Where do I begin? 3 steps to get started.

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Hormones play a central role in the body throughout each phase of life, orchestrating development, growth, sexual maturity, sleep, and many other bodily functions. Acting as small messenger molecules, hormones are released by glands into the blood stream to locate receptor cells on organs and tissues and bring about a specific change in the body. A well-known example of this is the hormone insulin, which is secreted by the pancreas to reduce the levels of sugar in the blood.

Our bodies have developed over thousands of years to adapt to our environment allowing us to thrive and survive. Our environment and lifestyle has changed at a relatively rapid pace since the industrial revolution, and our bodies have not been able to keep up.

These changes on the whole are not conducive for hormonal health. The levels of physical, chemical and emotional stress have increased to a point where our bodies at times struggle to perform some of the most basic daily functions. The body receives mixed signals from the environment and over a long period of time, these changes have a significant impact on the way our bodies work.

The good news…

These three lifestyle changes can help to restore the natural shifts of hormones within the body.

Get your circadian rhythm in check

  • Wake up and go to sleep at roughly the same time each day
  • Get a minimum of 8 hours of sleep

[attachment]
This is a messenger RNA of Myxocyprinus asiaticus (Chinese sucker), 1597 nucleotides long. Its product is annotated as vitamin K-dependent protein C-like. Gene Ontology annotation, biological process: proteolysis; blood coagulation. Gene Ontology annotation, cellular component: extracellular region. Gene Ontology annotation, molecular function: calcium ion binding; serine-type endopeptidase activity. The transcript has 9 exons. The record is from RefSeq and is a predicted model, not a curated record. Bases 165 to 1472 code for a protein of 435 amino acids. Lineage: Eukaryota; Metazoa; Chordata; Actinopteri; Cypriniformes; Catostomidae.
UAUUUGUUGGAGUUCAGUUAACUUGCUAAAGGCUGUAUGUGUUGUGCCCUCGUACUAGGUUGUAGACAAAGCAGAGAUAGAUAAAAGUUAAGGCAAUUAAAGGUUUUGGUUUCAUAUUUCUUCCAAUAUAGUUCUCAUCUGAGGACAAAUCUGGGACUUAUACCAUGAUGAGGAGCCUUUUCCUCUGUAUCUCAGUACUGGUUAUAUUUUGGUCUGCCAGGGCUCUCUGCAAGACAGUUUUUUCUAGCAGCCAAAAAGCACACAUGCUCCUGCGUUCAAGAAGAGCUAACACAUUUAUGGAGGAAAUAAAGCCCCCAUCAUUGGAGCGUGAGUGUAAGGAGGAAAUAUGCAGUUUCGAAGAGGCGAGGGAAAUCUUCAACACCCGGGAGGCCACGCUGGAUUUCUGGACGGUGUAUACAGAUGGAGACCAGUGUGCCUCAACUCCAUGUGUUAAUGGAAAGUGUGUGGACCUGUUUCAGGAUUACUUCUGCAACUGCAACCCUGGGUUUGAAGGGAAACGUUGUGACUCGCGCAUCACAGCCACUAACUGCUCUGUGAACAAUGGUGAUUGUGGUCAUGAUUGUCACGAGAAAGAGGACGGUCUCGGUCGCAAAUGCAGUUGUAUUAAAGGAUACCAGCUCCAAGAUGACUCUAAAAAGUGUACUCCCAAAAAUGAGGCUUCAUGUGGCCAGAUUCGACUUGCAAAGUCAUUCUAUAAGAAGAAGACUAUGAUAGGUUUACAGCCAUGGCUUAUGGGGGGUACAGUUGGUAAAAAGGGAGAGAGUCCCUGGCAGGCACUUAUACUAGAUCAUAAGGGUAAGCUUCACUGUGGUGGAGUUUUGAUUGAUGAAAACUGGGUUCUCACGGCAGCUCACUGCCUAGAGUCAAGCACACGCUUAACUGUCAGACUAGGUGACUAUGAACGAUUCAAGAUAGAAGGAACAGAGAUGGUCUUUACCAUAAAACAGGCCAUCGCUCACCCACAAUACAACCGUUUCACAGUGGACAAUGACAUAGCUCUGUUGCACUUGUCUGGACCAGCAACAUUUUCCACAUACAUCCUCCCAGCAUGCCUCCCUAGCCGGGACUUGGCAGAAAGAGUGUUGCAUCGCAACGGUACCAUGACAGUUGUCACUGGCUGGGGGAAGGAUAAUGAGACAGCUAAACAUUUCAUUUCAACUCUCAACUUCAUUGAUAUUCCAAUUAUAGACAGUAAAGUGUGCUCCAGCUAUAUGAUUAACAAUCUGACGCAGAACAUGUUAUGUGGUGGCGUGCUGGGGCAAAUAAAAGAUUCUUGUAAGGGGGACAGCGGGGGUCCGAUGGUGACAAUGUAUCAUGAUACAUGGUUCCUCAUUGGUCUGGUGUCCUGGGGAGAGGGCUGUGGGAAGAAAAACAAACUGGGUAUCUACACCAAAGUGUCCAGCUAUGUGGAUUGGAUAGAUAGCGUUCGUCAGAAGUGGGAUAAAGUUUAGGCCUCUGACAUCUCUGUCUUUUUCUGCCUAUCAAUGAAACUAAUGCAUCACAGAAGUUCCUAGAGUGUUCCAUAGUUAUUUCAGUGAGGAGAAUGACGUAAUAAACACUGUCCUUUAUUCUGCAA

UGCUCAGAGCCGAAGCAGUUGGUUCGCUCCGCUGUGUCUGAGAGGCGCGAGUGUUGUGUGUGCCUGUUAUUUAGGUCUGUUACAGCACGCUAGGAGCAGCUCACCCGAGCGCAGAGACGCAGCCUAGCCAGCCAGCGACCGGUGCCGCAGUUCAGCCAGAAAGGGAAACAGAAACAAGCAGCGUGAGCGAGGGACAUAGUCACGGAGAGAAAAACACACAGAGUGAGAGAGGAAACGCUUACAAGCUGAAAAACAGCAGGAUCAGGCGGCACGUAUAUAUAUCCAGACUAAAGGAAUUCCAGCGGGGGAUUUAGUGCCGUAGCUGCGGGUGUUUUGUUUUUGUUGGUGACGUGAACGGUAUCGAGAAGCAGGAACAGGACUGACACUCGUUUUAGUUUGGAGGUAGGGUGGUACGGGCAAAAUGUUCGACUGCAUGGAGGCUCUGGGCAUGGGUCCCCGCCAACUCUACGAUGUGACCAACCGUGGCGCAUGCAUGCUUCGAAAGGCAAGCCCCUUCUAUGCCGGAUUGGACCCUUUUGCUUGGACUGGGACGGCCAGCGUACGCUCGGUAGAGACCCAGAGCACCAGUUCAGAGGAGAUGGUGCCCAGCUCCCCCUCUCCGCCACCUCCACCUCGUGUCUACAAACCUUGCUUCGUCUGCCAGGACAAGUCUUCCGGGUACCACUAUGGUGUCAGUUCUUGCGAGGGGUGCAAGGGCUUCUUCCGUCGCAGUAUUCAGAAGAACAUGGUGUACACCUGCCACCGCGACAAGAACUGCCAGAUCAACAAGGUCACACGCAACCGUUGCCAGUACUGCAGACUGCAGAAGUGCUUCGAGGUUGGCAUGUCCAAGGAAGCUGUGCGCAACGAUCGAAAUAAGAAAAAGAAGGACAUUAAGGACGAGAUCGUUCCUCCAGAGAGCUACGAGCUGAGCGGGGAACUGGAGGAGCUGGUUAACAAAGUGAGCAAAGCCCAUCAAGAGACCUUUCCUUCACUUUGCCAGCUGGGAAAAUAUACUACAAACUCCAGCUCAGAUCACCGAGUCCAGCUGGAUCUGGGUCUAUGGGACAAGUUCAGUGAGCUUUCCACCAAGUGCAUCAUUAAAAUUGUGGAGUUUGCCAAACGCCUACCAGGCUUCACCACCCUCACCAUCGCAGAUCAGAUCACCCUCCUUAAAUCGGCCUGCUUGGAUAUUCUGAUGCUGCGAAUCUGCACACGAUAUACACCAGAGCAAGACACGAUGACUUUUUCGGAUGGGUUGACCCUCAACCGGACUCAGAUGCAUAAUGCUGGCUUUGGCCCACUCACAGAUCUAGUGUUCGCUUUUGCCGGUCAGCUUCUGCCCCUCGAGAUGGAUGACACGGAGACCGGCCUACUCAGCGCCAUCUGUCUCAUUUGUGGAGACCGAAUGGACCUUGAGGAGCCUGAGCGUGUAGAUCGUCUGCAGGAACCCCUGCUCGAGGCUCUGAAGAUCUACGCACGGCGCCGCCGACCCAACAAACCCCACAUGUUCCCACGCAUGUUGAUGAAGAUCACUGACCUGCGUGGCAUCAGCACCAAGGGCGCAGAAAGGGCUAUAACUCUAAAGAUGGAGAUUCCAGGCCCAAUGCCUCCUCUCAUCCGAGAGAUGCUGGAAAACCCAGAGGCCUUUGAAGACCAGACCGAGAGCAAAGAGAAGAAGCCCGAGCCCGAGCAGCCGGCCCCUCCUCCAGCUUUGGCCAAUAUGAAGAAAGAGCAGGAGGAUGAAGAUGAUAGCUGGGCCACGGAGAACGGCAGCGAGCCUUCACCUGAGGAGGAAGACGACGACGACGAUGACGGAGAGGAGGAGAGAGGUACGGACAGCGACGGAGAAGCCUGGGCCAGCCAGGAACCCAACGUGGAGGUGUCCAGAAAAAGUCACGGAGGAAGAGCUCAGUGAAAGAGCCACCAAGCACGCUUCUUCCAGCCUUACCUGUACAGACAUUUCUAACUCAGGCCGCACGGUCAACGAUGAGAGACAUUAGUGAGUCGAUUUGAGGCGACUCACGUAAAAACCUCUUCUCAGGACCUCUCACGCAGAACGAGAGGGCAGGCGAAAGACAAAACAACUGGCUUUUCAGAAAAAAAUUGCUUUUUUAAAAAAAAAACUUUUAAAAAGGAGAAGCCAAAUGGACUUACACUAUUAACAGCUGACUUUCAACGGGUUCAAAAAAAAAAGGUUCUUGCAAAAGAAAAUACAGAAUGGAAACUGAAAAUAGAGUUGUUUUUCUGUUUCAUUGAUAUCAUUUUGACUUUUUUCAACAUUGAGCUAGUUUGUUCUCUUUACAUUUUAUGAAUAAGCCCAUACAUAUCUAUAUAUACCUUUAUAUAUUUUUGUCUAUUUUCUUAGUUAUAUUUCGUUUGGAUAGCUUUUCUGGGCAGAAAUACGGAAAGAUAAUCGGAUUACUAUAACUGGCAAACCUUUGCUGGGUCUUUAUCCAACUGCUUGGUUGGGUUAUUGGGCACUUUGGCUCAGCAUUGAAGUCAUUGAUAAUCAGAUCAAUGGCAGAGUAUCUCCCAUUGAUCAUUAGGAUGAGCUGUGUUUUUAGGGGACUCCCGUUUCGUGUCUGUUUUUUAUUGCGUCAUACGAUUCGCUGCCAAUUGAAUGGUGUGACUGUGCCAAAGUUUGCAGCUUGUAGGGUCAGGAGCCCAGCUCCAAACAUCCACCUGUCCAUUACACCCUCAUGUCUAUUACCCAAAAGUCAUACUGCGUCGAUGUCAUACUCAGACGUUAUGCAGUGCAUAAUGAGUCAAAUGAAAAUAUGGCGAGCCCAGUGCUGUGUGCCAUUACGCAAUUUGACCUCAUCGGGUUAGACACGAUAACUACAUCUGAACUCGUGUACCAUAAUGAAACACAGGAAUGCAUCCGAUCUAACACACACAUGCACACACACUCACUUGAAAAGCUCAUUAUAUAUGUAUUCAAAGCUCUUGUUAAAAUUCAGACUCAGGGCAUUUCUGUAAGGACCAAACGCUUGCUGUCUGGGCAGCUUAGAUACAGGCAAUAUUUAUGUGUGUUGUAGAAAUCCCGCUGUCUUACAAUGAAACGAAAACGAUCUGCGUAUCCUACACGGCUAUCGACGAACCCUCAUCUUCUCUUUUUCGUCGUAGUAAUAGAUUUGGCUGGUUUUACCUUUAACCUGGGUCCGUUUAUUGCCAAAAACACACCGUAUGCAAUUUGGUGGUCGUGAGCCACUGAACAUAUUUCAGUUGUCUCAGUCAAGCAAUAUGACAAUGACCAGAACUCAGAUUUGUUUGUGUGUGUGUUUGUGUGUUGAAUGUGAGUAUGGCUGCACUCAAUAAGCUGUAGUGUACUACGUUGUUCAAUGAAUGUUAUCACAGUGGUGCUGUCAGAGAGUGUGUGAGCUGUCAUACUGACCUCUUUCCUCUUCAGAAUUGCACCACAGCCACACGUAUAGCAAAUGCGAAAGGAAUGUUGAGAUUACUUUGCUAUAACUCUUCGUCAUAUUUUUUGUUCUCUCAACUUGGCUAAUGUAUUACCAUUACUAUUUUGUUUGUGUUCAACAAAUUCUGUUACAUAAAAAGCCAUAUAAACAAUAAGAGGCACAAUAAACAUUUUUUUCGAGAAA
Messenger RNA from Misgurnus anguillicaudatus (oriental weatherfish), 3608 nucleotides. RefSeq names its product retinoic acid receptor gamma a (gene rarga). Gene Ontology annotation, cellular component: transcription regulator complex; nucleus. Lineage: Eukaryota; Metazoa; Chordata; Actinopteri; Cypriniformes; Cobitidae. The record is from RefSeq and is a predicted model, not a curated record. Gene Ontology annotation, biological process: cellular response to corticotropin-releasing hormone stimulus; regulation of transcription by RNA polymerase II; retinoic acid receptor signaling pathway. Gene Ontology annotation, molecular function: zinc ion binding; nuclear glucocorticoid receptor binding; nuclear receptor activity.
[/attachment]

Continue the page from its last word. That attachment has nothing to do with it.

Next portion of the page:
• Expose yourself to bright light first thing in the morning, this can be from an artificial light box
  • Stop using screens 2-3 hours before bed, use blue light blocking glasses/apps to minimise evening light exposure
  • Avoid caffeine after mid-day
  • Make sure your bedroom is cool, dark and quiet
  • Create an evening routine to help wind-down

Drink at least 2.5l water per day

De-hydration affects the body’s ability to perform many functions, drinking 2.5L per day is conducive for hormonal and metabolic health.

  • Re-hydrate in the morning with a glass of slightly salted water and lemon juice
  • Use filtered water where possible
  • Avoid plastic water bottles

Manage emotional stress

The stress response is a simple and potentially life-saving reaction triggered when the body perceives a threat. The HPA axis stimulates the adrenals to produce the hormone cortisol which has a wide range of effects on the body, preparing it for action. Historically the life-threatening event would resolve and the body would come back to ‘normal’. Unfortunately, our modern lifestyle bombards the body with potential threats, triggering the stress response throughout the day. This puts our nervous system in to a state of ‘fight, flight or freeze’ which affects the balance of hormones in our bodies. Managing emotional stress in the body can be a challenge, but it is worth it if you want to balance the hormones in your body.

  • Make time for doing the things that you love
  • Breathwork is the easiest way to instantly slow down the stress response, try box breathing
  • Mindfulness such as meditation can help
  • Exercise regularly
  • Limit your social media use
  • Try counselling or therapy to work through past trauma

Dr Hannah Douglas
Doctor of Chiropractic

You can contact me: hannah@northcotechiropractic.co.uk

Sending you all my support!